We know Facebook probably isn’t worth $15 billion. So, how about a quarter of that, or $3.75 billion? That’s the valuation that Facebook internally assigned to the shares it paid ConnectU — the company that claims Mark Zuckerberg stole Facebook from them — in their February settlement.
The claim was made in a document (PDF) filed in during a hearing in the Facebook-ConnectU case, over whether Mark Zuckerberg stole code from ConnectU’s founders, settled last week:
The Term Sheet and Settlement Agreement is also unenforceable because it was procured by Facebook’s fraud. Indeed, based on a formal valuation resolution approved by Facebook’s Board of Directors but concealed from ConnectU, the stock portion of the purported agreement is worth only one-quarter of its apparent value based on Facebook’s public press releases.
So does that mean the company is worth $3.75 billion? Not really. The NYT’s Bits blog points out that the number is based on the value of common stock, not preferred shares that Microsoft bought, which carry special rights and are worth more. Microsoft paid $240 million for 1.6% of Facebook, valuing the company at $15 billion.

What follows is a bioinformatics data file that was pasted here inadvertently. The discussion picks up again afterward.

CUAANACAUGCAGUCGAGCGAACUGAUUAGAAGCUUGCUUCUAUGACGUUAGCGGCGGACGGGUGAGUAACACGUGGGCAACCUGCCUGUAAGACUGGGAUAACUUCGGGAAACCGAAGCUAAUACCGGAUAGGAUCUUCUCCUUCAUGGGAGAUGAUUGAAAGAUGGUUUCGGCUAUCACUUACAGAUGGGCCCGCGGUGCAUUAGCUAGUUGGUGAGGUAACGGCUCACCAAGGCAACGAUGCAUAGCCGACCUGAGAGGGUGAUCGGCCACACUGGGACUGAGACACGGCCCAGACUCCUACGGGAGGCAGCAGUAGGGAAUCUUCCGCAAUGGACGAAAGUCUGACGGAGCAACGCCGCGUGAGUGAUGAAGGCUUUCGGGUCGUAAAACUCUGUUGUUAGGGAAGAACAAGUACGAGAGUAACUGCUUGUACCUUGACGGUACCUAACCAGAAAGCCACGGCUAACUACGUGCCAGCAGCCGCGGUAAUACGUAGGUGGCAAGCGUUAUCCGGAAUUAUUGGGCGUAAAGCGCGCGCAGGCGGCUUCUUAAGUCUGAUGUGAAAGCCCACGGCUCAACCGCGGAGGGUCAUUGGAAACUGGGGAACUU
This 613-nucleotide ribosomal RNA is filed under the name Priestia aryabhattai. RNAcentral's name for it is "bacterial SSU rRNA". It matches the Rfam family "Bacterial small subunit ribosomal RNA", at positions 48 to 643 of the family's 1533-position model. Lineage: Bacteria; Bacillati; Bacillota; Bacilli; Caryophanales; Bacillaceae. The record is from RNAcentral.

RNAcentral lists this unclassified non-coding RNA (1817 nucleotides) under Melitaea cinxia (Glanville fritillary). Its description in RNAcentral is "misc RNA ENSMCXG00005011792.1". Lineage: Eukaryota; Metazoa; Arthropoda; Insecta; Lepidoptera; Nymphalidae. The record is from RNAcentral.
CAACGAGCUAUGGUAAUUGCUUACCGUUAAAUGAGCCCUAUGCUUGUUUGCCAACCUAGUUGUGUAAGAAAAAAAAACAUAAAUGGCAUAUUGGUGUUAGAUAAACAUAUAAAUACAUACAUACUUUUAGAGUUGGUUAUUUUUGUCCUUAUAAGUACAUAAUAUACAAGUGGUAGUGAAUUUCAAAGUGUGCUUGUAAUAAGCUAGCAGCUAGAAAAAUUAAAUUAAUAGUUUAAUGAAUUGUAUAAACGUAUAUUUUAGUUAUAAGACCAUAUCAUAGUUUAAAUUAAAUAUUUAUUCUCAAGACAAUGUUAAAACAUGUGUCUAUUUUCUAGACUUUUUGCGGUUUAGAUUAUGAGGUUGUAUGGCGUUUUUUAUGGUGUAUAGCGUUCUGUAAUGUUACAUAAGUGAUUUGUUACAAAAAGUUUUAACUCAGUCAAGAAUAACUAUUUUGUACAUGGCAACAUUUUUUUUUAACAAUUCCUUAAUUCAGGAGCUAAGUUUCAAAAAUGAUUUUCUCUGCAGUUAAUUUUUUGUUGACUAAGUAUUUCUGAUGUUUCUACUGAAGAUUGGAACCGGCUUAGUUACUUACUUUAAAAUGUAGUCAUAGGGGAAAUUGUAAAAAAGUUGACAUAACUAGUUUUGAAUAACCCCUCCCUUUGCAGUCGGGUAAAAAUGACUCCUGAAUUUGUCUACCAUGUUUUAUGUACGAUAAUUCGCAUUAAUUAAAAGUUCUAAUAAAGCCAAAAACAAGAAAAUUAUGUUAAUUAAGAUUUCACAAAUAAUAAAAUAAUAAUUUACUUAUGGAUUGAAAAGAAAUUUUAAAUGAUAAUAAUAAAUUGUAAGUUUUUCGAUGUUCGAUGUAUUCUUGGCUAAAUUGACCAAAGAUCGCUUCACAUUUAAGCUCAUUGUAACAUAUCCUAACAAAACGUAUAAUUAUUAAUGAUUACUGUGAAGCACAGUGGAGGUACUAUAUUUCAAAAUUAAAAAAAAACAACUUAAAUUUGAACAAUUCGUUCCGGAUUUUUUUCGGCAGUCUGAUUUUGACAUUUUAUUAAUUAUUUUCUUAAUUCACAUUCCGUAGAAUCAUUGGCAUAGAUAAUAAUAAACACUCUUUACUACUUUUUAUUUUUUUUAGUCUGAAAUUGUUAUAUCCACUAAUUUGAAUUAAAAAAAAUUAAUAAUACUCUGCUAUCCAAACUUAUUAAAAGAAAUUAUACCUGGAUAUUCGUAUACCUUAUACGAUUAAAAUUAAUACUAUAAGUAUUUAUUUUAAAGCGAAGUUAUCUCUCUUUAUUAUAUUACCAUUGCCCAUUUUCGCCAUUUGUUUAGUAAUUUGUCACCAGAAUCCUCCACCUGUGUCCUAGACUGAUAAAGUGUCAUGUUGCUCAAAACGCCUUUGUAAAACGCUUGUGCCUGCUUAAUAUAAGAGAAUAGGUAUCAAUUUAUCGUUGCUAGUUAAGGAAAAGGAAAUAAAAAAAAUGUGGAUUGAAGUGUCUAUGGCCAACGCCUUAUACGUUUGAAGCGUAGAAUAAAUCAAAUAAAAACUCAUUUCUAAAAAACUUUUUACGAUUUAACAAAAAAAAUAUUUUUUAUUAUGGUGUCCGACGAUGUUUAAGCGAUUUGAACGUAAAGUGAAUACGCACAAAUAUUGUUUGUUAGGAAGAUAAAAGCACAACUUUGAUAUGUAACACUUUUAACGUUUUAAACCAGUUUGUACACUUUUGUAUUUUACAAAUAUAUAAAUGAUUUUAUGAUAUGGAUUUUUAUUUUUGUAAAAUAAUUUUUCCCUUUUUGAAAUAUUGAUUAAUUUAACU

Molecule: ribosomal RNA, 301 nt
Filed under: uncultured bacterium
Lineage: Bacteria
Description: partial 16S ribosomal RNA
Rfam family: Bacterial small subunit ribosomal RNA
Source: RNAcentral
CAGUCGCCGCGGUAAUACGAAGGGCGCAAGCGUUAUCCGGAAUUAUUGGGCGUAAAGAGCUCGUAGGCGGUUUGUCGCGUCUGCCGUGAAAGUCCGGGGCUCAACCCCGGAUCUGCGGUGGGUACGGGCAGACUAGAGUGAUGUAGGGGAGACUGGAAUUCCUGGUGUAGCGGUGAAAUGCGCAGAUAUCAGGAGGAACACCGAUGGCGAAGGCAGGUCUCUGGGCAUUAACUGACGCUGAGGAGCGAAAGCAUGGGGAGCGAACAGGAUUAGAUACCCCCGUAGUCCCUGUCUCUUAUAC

The common stock that employees (and presumably, ConnectU) received does not come with those provisions. ConnectU wants a new settlement because the stock they received in the deal is worth less than they’d been led to believe.
And if what we’re hearing is correct, it’s not just ConnectU with misgivings about the value of Facebook’s common stock. Several Facebook employees have been trying to cash out at least some of their shares at a $3 billion to $4 billion valuation.
So the real valuation is somewhere in between, but potentially closer to $3.75 billion than $15 billion. (We’ve already guessed $9 billion.) Have a guesstimate on Facebook’s value? Leave it in comments.